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Effects of isoproterenol and forskolin on tension, cyclic AMP levels and cyclic AMP-dependent protein kinase activity in bovine coronary artery Vegesna, Venkata Krishnam Raju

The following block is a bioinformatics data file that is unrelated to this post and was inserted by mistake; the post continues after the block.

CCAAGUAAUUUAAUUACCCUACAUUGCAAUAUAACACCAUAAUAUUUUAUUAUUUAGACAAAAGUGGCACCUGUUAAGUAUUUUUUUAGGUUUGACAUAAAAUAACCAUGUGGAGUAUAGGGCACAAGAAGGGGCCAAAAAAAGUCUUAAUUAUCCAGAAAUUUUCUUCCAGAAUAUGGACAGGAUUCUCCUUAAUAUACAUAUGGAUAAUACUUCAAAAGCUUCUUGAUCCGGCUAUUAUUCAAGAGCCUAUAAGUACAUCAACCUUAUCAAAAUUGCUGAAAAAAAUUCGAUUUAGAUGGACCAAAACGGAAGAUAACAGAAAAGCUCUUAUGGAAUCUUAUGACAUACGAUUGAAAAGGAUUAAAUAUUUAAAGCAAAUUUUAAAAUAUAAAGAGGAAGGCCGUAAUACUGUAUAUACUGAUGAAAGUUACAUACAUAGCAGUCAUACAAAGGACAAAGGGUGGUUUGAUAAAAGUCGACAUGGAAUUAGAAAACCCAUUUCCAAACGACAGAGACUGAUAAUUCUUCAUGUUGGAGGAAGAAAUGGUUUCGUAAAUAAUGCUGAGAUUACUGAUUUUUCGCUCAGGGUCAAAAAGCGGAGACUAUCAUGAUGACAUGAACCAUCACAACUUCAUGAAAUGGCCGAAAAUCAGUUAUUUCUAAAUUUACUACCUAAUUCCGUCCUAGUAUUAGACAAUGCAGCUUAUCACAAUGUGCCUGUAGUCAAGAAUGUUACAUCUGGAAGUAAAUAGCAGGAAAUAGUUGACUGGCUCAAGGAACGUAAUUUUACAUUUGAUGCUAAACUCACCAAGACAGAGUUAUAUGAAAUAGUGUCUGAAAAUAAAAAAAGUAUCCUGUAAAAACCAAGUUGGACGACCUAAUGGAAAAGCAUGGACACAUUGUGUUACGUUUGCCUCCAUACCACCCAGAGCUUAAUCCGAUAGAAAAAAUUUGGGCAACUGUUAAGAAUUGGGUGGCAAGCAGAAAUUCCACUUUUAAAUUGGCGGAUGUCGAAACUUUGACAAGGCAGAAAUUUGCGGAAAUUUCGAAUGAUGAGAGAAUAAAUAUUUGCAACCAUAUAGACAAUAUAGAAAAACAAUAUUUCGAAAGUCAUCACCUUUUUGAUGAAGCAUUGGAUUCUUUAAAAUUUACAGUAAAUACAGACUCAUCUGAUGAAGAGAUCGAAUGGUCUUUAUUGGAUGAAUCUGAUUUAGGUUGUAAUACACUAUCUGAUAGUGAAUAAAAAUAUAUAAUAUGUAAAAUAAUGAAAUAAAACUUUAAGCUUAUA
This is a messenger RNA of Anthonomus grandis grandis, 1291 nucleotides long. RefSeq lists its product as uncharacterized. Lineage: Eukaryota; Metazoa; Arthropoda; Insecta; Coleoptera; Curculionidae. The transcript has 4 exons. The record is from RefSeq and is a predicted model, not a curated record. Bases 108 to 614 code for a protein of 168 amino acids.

The effects of isoproterenol and forskolin on tension, cyclic AMP (cAMP) levels, and cyclic AMP-dependent protein kinase (cA kinase) activity were compared in helical strips of bovine coronary artery. Isoproterenol and forskolin produced time-dependent and dose-dependent increases in cAMP levels and both compounds relaxed potassium-contracted arteries. Relaxation and cAMP elevation appeared to be well correlated in the isoproterenol experiments. However, in contrast to the results with isoproterenol, cAMP elevation and relaxation were not well correlated at lower concentrations of forskolin. For example, 0.1 μM forskolin increased cAMP levels in the arteries by approximately 5.5 fold but did not relax the muscles. A smaller elevation of cAMP produced by 1.0 μM isoproterenol, on the other hand, was accompanied by an almost complete relaxation of arteries. Physiological processes which are thought to be mediated by cAMP are assumed to be a consequence of selective activation of cyclic AMP-dependent protein kinase (cA kinase). It is possible that low doses of forskolin may elevate cyclic AMP in a compartment which does not have access to these kinases, whereas, higher doses may increase cAMP levels in all compartments. In order to investigate this possibility, optimal conditions were established in our laboratory for the measurement of cA kinase activity in coronary arteries. It has been suggested that addition of 0.5 M NaCl to the buffer used for homogenization of coronary arteries is essential in order to demonstrate hormonal effects on cA kinase in this tissue. However, under our experimental conditions, increasing the ionic strength in the homogenization buffer significantly inhibited total cA kinase activity. Interestingly, in agreement with previous reports in other tissues, an apparent translocation of cA kinase activity from the cytosol to the particulate fraction was observed under conditions associated with high tissue levels of cAMP. For example, relaxation caused by isoproterenol was accompanied by increased cA kinase activity in the particulate fraction and decreased activity in the soluble fraction of the coronary arteries. A similar shift in the distribution of the kinase was caused by various concentrations of forskolin, irrespective of whether the arteries were relaxed or not. Thus, as was observed with cAMP levels, activation of cA kinase did not always correlate well with relaxation in this tissue. Other workers have suggested that low doses of forskolin can potentiate hormonally-induced effects in several tissues. It was suggested that such a potentiation would constitute evidence in favour of a role for cAMP in the hormonal response. However, in the present experiments in coronary arteries, it was found that low doses of forskolin, which significantly increased cAMP levels, did not potentiate isoproterenol-induced relaxation or elevation of cAMP. Only higher doses of forskolin (≥ 1 μM) potentiated isoproterenol-induced cAMP generation. These results suggest that caution should be exercised in utilizing forskolin as a tool in elucidating a role of cyclic nucleotides in vascular smooth muscle function. Our results suggest that cAMP may not be the only mechanism responsible for relaxation of coronary arteries by these drugs or alternatively, that some form of functional compartmentalization of cAMP and cA kinase exists in this tissue.

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